Nevertheless, or rather all the more so, as the indigenous practices could not be deemed savage—nor could they be perceived as civilized or equal to English customs — they needed to be assumed as savage and inferior so they could be ruled by English civilization. Another problem, however, was that the aboriginal traditions by the colonies were all different. As the British colonies, constituted by various peoples, languages and customs, were heterogeneous, so were the native ways of life, which were to be manifested as uniformly inferior. As Nicholas Thomas argues in Colonialism’s Culture, colonialism was “not a unitary project but a fractured one, riddled with contradictions” (51). The native customs differed in the colonies, as evidenced by the different forms of British colonial governments, from direct to indirect rule, according to the degree of intervention in the native administration. In the Southeast Asian or Malay archipelago alone, the indigenous, though all called Malays by the English, were distinct from one another in languages and customs, depending on which corner of the archipelago they inhabited—roughly, along the coast or in the interior of the islands. By necessity, the English colonists’ attitudes and relationship varied according to each native population. While the interior people of Malaya— called the Sakai—were “supposed to be the first family” of human race settled on the peninsula, and living the primitive way of life “by hunting” and with “no permanent dwellings,” the coastal people were viewed as “superior” to the interior people, as exhibited in many of Clifford’s tales (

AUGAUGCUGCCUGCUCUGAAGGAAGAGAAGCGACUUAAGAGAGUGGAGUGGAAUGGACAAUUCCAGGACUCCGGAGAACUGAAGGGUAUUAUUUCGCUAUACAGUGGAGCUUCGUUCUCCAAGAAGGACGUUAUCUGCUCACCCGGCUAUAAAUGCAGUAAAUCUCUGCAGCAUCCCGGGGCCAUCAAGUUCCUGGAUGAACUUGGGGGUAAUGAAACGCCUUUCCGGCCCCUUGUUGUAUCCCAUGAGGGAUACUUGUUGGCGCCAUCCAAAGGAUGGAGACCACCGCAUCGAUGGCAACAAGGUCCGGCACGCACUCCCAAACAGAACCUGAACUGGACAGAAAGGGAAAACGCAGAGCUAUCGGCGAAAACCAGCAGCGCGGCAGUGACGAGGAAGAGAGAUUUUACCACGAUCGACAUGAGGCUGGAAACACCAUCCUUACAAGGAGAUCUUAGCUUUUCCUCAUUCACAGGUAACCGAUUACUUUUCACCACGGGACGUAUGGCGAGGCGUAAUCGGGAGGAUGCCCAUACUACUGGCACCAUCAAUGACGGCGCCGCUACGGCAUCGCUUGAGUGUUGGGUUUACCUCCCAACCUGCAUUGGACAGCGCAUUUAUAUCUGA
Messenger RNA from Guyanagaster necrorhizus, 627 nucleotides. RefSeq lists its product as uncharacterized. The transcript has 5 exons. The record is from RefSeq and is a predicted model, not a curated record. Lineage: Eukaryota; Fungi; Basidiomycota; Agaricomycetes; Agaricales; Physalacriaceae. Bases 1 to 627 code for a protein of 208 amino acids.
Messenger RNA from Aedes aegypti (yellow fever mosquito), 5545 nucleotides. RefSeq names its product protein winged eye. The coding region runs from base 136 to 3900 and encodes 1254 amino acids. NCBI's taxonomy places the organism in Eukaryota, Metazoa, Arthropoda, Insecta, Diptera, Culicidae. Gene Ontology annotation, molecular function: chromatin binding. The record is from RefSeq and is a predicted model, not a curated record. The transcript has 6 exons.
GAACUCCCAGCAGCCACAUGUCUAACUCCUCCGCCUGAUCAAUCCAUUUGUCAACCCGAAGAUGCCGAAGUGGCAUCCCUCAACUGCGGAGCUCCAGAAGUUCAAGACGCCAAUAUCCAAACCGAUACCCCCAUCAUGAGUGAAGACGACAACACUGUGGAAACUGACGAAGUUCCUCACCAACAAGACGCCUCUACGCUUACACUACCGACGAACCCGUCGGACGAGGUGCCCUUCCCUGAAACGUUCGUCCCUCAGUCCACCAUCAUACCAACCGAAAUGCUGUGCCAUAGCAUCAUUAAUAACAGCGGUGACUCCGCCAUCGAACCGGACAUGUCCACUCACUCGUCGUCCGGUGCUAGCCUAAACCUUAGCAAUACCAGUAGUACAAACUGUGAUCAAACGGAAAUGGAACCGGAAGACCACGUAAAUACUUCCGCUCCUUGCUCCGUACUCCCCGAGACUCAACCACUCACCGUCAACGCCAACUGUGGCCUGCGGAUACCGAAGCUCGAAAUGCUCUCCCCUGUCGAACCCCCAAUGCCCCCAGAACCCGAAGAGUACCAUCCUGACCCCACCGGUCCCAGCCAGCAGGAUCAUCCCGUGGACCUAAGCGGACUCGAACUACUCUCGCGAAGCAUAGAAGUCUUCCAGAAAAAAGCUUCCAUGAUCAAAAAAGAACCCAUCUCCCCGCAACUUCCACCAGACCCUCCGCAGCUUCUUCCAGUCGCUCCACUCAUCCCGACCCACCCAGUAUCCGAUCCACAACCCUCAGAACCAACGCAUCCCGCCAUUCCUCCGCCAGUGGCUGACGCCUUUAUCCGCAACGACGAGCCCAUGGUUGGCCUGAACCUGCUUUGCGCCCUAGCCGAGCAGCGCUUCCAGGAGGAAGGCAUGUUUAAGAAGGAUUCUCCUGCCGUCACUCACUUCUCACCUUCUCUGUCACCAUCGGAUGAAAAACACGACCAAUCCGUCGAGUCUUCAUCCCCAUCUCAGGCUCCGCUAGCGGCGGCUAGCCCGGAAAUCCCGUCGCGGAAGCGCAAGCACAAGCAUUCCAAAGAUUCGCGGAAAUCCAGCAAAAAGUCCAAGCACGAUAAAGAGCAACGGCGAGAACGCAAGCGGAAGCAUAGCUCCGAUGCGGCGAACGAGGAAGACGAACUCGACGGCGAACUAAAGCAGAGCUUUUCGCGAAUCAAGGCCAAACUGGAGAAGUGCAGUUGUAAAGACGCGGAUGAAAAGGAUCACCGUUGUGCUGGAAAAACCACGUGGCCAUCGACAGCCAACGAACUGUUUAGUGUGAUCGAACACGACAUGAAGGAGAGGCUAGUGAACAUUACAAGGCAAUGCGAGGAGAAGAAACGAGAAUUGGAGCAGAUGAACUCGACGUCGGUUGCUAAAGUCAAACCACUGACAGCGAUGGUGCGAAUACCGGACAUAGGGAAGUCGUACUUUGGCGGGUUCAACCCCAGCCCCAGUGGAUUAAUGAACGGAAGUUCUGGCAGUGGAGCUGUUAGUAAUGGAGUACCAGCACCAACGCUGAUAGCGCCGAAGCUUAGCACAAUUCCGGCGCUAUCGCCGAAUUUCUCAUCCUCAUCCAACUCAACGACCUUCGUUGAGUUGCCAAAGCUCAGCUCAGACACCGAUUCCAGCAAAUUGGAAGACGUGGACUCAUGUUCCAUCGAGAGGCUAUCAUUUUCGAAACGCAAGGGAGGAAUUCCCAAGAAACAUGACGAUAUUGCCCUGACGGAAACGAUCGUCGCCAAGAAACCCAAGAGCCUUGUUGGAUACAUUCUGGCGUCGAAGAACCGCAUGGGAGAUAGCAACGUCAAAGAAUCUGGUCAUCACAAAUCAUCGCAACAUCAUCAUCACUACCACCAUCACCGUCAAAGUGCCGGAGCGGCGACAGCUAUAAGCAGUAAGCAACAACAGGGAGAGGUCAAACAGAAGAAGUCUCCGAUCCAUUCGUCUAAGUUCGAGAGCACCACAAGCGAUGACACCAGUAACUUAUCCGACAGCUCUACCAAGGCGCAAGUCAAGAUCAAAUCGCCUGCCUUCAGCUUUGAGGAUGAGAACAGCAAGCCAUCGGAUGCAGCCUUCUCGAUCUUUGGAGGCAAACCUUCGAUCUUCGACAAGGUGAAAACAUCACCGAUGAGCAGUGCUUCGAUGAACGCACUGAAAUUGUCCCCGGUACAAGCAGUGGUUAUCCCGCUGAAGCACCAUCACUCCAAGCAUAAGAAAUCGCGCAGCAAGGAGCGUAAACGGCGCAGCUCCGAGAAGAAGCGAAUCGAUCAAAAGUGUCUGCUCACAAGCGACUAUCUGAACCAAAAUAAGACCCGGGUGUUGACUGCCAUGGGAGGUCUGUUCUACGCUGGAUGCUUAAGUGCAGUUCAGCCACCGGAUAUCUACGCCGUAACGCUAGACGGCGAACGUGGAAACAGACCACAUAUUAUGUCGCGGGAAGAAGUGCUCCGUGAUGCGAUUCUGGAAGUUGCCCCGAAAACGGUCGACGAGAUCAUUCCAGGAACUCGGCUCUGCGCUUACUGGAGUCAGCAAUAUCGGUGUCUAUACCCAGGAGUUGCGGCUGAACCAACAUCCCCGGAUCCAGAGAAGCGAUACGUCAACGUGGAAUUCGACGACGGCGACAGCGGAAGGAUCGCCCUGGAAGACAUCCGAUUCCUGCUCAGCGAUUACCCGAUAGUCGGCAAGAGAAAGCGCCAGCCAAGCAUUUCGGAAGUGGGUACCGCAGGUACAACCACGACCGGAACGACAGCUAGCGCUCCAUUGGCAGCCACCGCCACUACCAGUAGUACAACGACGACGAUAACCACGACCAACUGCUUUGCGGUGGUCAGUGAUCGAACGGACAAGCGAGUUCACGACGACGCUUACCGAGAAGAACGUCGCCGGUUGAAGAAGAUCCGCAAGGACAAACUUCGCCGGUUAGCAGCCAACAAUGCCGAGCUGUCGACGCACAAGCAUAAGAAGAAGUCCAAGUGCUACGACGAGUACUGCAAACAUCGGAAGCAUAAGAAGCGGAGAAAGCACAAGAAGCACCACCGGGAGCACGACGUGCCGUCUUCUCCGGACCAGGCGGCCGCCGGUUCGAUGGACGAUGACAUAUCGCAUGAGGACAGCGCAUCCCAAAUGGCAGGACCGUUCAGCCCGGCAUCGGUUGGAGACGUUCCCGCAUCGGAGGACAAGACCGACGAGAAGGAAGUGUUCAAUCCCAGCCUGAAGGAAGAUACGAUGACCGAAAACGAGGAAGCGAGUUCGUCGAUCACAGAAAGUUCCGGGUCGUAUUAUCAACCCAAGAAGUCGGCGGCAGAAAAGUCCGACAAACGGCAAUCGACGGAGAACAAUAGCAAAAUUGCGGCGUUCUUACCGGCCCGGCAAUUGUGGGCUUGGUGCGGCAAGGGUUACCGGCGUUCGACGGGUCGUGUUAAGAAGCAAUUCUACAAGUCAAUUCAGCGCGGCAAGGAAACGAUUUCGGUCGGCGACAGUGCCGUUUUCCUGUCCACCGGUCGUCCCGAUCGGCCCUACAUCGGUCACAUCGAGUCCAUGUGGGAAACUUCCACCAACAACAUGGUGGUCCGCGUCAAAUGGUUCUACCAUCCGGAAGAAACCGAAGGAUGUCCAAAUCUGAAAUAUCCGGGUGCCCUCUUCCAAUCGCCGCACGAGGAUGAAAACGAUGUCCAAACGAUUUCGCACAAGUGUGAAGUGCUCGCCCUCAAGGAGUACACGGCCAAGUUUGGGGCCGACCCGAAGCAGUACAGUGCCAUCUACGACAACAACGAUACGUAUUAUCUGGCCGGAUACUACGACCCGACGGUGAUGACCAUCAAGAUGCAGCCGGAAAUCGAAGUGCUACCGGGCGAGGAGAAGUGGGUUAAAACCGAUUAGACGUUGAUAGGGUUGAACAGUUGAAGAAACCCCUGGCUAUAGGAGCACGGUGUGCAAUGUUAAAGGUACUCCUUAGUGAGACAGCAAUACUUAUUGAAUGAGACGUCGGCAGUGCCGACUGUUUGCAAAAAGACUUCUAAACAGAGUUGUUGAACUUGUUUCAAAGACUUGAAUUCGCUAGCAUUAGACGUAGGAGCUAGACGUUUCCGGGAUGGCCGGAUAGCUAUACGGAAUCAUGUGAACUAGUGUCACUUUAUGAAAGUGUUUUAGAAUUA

Accordingly, the English colonists used the strategy of indirect rule, such as the advisor or resident system, to control or civilize the superior Malays, while directly approaching the savage Malays in the interior, as suggested by Captain Lingard’s behavior in Conrad. The indigenous traders on the east coast of Borneo blame the English trader Lingard who—called the “Rajah Laut [King of the Sea]—acted as an unofficial advisor to the sultan for trading with “the Dyaks of the forest, who are no better than monkeys,” leaving the coastal traders “starv[ing]”: “That white man . . . is not content to hold us all in his hand with a cruel grasp. He seeks to cause our very death” (